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What I believe.

Some years ago, I was approaching the end of an extended visit to South America. I was able to travel at will to wherever I wished. As a consequence, I had the privilege of seeing some of the many marvels of that far-flung continent, including Machu Picchu and Lake Titicaca. I had even ventured as far south as Tierra del Fuego! However, due to a lack of funds, I was impelled to fly back to Puerto Mont, Chile, in order to pick up a northbound train to Valparaiso.

Long train rides, I have found, are particularly conducive to giving thoughts wings, and so it came about that, rather than delighting in the splendour of the Chilean Andes, I began to ponder my personal credo. In trying to formulate what I believe (here, in the impossible conspectus of 700 words) it is useful to stipulate first what I disbelieve.

I disbelieve in the notion of "progress" and its concomitant assumption that change is, ipso facto, improvement. The notion of "progress" itself is a dubious relic of the Enlightment. When I consider this in the context of the seven decades through which I have consciously lived, it seems ludicrous. I rather endorse Malcolm Muggeridge's conclusion on the twentieth century: "More people have been killed and terrorized, more driven from their homes and native places; more of the past's heritage has been destroyed, more lies propagated, and base persuasion engaged in, with less corresponding advancement in art, literature, and understanding, than in any comparable period in history."

I disbelieve in "equality," our reigning deity, and in all legislative schemes designed to bring it about. A decade as counsel to the Ontario Human Rights Commission taught me, if nothing else, that the pursuit of equality through legislation transforms petty bureaucrats into tyrants. As a useful antidote to the regnant egalitarianism of our time, I recommend (and practise) an annual re-reading of George Orwell's masterpiece Animal Farm-, better than any political science text, it explains how equality enslaves rather than liberates. It also explains why, however understandable or even laudatory the revolutionary impulse may be, the result is invariably that some animals end up more equal than others.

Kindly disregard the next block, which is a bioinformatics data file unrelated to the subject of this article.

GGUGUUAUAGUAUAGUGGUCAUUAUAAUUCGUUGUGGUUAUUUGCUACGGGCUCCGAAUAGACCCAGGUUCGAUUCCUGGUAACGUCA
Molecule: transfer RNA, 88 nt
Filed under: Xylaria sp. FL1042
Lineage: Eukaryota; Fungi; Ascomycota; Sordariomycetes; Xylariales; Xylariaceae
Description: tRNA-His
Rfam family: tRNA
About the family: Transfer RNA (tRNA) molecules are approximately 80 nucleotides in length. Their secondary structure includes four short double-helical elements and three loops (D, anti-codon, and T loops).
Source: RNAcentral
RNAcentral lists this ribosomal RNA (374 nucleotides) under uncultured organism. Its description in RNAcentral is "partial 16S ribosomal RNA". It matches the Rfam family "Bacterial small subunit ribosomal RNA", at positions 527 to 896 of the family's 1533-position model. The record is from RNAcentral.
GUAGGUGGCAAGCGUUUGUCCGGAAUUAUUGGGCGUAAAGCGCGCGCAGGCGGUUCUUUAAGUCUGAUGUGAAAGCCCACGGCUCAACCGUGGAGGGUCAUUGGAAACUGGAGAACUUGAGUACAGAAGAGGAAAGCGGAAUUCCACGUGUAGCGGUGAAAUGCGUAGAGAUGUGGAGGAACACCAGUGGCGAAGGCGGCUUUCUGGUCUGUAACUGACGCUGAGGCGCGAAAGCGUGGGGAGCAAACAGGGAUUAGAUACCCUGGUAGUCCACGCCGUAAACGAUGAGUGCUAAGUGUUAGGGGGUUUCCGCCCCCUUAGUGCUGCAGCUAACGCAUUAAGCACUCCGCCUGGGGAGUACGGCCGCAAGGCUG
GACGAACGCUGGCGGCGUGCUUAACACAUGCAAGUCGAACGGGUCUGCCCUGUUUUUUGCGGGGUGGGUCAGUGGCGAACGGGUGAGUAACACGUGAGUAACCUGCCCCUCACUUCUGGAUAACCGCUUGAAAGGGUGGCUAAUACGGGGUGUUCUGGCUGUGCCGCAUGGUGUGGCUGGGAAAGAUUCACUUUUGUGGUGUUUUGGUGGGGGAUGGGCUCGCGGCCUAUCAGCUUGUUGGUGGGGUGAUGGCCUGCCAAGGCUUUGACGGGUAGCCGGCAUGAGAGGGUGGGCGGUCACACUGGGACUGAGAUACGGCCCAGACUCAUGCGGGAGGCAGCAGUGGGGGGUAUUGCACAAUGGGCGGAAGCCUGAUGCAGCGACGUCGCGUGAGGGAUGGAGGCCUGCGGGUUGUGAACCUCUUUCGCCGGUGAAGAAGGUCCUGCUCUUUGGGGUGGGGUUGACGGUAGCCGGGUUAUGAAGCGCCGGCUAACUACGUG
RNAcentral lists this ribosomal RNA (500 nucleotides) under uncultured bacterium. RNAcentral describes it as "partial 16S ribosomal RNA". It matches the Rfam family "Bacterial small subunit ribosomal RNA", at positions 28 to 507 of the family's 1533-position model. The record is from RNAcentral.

I disbelieve in "democracy," except in the Churchillian sense, as the least bad of many shudderingly awful alternatives. Therefore, the idea of risking life and limb to carry the one man/one vote principle to dark corners of the world seems to me prima facie absurd. I support President Obama's decision to pull American military forces from Iraq and Afghanistan not because I accept his rhetoric about stability, or about how American blood and money has improved the lives of those who perforce live there, but rather because the idea of exporting democracy to the Islamist world seems to me a madman's quest, quixotic and fatuous.

I disbelieve in "higher education" and its promise to cure social ills. How many times have I shaken my head as I listened to some high-minded speaker on a television panel or at a convocation address bang on about how the answer to this or that particular problem is "not just more but better education." So now when I hear the word "education," I reach (at least metaphorically) for my gun. In fact, I would contend that universities, along with television and social media, are responsible for our current state of infantile regression. I have seen pictures of huge, prehistoric, ungainly creatures whose carapace became so heavy that they eventually sank without a trace into the primal ooze--there is an image for the university. Universities cheat parents, betray students, and generally subvert the moral order necessary for a society to be able to survive. William Bennett, a former US Secretary of Education, called universities "islands of repression in a sea of freedom"; as one who spent most of my working life in universities, I attest to the validity of this description.

I disbelieve in collective schemes for human betterment--whether globally, like the so-called United Nations, or locally by federal, provincial, or municipal governments. Such schemes are often conceived for beneficent motives; nevertheless, collective action subverts or marginalizes the result. Mother Teresa was once asked what made her work in Calcutta for the poorest of the poor different from the welfare schemes of the Indian government. "They do it for a purpose," Mother Teresa replied. "I do it for a person." Just so.

Having stated some (and by no means all) of what I disbelieve, I discover I have left myself less than a hundred words to articulate what, if anything, I believe in; no matter, it is enough. I believe in the Nicene Creed. In just over 200 words the Creed expresses what Christians have believed and held onto for two tumultuous millennia. I hope that it will see me out.

Ian Hunter is Professor Emeritus in the Faculty of Law at Western University.
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Author:Hunter, Ian
Publication:Catholic Insight
Geographic Code:1USA
Date:Sep 1, 2014
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